Showing posts with label glass. Show all posts
Showing posts with label glass. Show all posts

Silhouette Cameo: Wedding Wreath Vinyl Art

Free Silhouette Cameo Romantic Christmas Wreath .gsp cut file and vinyl art tutorialWe were so excited to learn that one of our high school friends was getting married. Who doesn't love, love? Of course, we could buy the bride and groom a gift off their registry, but if you've been reading my blog for long, you already know that I prefer to give handmade gifts that are from the heart.

This time I decided to create a personalized piece of art and it started with me pulling out my drawing supplies. After a bit of doodling and measuring, I was able to create a pretty design perfect for my Silhouette Cameo. I wanted a border that would be full of flourishes and something wonderful happened. I realized that my sketch looked a lot like a Christmas wreath, which is perfect because our friend is getting married in December.

I am using this as a wedding gift, but it could just as easily be a personalized piece of holiday art.



We'll start on the computer. Download the wreath cut file and open it in Silhouette Studio. Insert your personalized text in your favorite font.
Before cutting, you need to mirror your text.

Then cut out the wreath and text. I decided to be extra fancy and cut the wreath and the text from different colors of vinyl.

Free Silhouette Cameo Romantic Christmas Wreath .gsp cut file and vinyl art tutorial If you are really experienced with using vinyl, you can actually get two images from one cut. I pulled off the the negative image and placed it onto a piece of parchment paper so you can see.

The negative image is much easier to transfer onto glass because it is a single piece.
Remove the two pieces of glass from the floating frame and clean them.
Position the vinyl, sticky side up on your work surface.

I placed my vinyl piece on a large cutting mat so I could use the grid to help me center the image.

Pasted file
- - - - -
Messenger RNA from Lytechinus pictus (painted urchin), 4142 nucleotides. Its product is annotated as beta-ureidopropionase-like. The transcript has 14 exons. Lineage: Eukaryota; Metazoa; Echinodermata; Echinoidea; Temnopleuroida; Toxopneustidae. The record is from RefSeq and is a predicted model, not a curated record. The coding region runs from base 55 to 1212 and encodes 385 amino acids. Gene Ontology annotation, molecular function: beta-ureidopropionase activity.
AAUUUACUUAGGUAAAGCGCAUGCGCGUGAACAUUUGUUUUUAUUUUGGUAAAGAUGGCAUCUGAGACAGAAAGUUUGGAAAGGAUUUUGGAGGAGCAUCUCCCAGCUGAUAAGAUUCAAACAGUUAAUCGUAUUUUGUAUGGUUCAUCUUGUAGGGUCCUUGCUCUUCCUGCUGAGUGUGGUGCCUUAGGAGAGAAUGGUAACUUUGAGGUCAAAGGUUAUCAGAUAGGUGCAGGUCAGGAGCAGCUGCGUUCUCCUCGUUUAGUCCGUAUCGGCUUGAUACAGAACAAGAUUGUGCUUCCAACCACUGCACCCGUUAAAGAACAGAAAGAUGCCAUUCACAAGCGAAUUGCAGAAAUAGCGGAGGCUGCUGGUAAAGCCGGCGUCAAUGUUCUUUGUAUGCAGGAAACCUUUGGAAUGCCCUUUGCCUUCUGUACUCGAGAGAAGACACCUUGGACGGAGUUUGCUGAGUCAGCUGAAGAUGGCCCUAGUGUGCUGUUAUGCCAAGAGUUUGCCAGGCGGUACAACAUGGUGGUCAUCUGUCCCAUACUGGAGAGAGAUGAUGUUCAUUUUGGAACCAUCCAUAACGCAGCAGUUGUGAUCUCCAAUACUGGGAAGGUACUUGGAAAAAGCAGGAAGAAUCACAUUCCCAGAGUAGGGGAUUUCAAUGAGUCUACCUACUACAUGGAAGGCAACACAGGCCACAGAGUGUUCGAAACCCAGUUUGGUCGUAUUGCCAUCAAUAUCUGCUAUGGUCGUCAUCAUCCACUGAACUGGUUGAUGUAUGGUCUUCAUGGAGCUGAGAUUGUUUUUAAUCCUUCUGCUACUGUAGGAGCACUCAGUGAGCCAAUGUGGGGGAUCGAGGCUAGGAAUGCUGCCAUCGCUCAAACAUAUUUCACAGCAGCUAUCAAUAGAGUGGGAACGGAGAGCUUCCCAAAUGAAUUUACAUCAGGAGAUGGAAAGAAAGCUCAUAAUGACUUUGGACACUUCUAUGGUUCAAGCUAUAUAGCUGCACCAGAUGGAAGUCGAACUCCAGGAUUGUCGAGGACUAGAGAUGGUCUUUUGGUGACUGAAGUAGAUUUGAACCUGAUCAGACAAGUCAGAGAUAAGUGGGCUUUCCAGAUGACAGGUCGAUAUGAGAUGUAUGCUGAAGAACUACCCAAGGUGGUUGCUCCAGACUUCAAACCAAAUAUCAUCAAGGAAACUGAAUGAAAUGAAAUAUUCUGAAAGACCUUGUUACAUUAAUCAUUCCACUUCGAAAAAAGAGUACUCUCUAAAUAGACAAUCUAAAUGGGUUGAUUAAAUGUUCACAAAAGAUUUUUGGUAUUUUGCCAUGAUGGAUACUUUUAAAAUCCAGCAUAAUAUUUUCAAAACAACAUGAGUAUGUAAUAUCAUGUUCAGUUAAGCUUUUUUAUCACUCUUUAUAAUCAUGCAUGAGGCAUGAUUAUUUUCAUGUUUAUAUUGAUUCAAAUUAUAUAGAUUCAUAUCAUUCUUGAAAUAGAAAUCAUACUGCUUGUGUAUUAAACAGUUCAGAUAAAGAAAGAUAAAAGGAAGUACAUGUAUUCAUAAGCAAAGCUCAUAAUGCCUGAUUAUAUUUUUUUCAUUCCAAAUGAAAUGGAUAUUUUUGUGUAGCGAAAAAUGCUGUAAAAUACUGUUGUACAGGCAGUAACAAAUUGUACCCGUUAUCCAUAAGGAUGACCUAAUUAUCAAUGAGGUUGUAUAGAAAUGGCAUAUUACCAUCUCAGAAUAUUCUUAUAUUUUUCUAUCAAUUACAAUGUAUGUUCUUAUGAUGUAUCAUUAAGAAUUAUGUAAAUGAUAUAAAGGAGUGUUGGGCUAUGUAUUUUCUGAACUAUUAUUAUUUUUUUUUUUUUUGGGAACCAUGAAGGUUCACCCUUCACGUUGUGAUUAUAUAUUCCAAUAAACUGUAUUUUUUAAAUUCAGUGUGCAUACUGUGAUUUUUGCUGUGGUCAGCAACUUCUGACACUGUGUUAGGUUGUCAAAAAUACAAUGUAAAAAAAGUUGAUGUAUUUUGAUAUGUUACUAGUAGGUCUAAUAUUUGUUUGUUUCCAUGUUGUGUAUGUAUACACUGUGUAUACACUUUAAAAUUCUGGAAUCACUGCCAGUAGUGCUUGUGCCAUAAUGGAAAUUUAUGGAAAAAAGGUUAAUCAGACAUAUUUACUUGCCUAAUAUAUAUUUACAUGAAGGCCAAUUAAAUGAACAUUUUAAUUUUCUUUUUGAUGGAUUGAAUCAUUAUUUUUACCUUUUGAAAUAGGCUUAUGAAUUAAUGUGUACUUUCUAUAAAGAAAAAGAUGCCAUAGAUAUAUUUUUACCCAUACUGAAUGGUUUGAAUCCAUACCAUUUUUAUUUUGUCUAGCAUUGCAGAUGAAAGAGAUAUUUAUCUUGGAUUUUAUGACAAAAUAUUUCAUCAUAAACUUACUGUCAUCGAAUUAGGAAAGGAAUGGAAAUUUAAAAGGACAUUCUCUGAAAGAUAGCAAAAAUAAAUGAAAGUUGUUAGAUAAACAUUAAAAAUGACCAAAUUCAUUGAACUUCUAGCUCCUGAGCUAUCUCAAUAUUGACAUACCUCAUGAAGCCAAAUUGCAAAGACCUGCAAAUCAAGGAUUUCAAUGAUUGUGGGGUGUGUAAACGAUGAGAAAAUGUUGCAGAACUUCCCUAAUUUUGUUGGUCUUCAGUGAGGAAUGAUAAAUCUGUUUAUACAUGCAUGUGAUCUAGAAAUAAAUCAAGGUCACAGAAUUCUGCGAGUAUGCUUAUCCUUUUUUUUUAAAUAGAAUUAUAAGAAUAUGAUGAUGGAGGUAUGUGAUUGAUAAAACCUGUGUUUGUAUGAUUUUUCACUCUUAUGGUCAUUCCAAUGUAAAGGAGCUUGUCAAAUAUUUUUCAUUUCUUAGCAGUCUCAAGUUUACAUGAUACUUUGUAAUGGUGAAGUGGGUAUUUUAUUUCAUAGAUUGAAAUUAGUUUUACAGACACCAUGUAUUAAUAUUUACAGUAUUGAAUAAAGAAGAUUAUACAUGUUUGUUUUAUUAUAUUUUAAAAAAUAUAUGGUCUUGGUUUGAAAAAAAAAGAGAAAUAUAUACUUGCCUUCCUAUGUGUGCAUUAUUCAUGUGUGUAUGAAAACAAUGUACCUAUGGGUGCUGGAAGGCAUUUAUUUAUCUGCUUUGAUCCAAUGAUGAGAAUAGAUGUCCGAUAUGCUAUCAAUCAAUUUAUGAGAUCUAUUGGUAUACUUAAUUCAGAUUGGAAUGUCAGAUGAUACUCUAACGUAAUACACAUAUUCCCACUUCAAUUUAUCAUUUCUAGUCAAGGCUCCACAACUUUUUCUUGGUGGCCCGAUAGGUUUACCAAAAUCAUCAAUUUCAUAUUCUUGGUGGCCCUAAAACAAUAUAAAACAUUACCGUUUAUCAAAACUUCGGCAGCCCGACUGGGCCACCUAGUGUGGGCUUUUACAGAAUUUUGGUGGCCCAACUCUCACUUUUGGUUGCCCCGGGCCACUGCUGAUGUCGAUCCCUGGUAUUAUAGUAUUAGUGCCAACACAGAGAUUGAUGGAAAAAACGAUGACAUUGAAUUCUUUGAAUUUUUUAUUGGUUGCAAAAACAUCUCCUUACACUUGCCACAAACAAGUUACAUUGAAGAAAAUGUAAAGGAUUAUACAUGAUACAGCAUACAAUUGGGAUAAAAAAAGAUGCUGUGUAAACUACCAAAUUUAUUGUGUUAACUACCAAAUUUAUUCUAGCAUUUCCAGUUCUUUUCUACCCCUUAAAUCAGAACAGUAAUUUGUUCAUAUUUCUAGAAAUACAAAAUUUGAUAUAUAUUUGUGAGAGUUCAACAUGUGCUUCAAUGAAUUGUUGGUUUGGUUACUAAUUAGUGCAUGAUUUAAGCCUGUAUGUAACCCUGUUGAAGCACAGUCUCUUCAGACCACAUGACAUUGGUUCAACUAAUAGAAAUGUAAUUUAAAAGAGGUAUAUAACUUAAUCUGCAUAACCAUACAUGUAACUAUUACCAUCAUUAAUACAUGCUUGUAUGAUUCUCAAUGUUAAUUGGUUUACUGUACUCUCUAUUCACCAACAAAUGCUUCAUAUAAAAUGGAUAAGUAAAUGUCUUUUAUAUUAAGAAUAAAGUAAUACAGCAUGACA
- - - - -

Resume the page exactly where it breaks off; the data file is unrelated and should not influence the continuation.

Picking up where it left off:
Place one clean glass piece onto the vinyl.
Turn the glass over and carefully press all of the bubbles out of the vinyl. This takes a bit of patience because the design is so delicate.
Use transfer tape to lift the text from the paper backing. I didn't have any brand specific vinyl transfer tape handy, so I just used a couple pieces of painter's tape.
Position the text onto the glass. Carefully remove the transfer tape and remove any bubbles from the text.
Free Silhouette Cameo Romantic Christmas Wreath .gsp cut file and vinyl art tutorial
Finally, reassemble the frame.

Of course this can be hung on the wall and displayed as is, but you can also change the look by inserting a piece of 12 x 12 paper in between the glass pieces. Pretty clever, huh?
I can't wait to give this piece of personalized vinyl art to the happy couple and help them celebrate their special day.

Free Silhouette Cameo Romantic Christmas Wreath .gsp cut file and vinyl art tutorial

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Tutorial: Recycled Bottle Hummingbird Feeder

DIY a hummingbird feeder with recycled glass bottles and wire from the hardware store.A couple years ago I shared a tutorial about making wine bottle hummingbird feeders. It's a really simple and fun DIY project for the yard, but if you don't have a lot of hummingbirds in your area, it can take a long time for the hummers to finish off a bottle.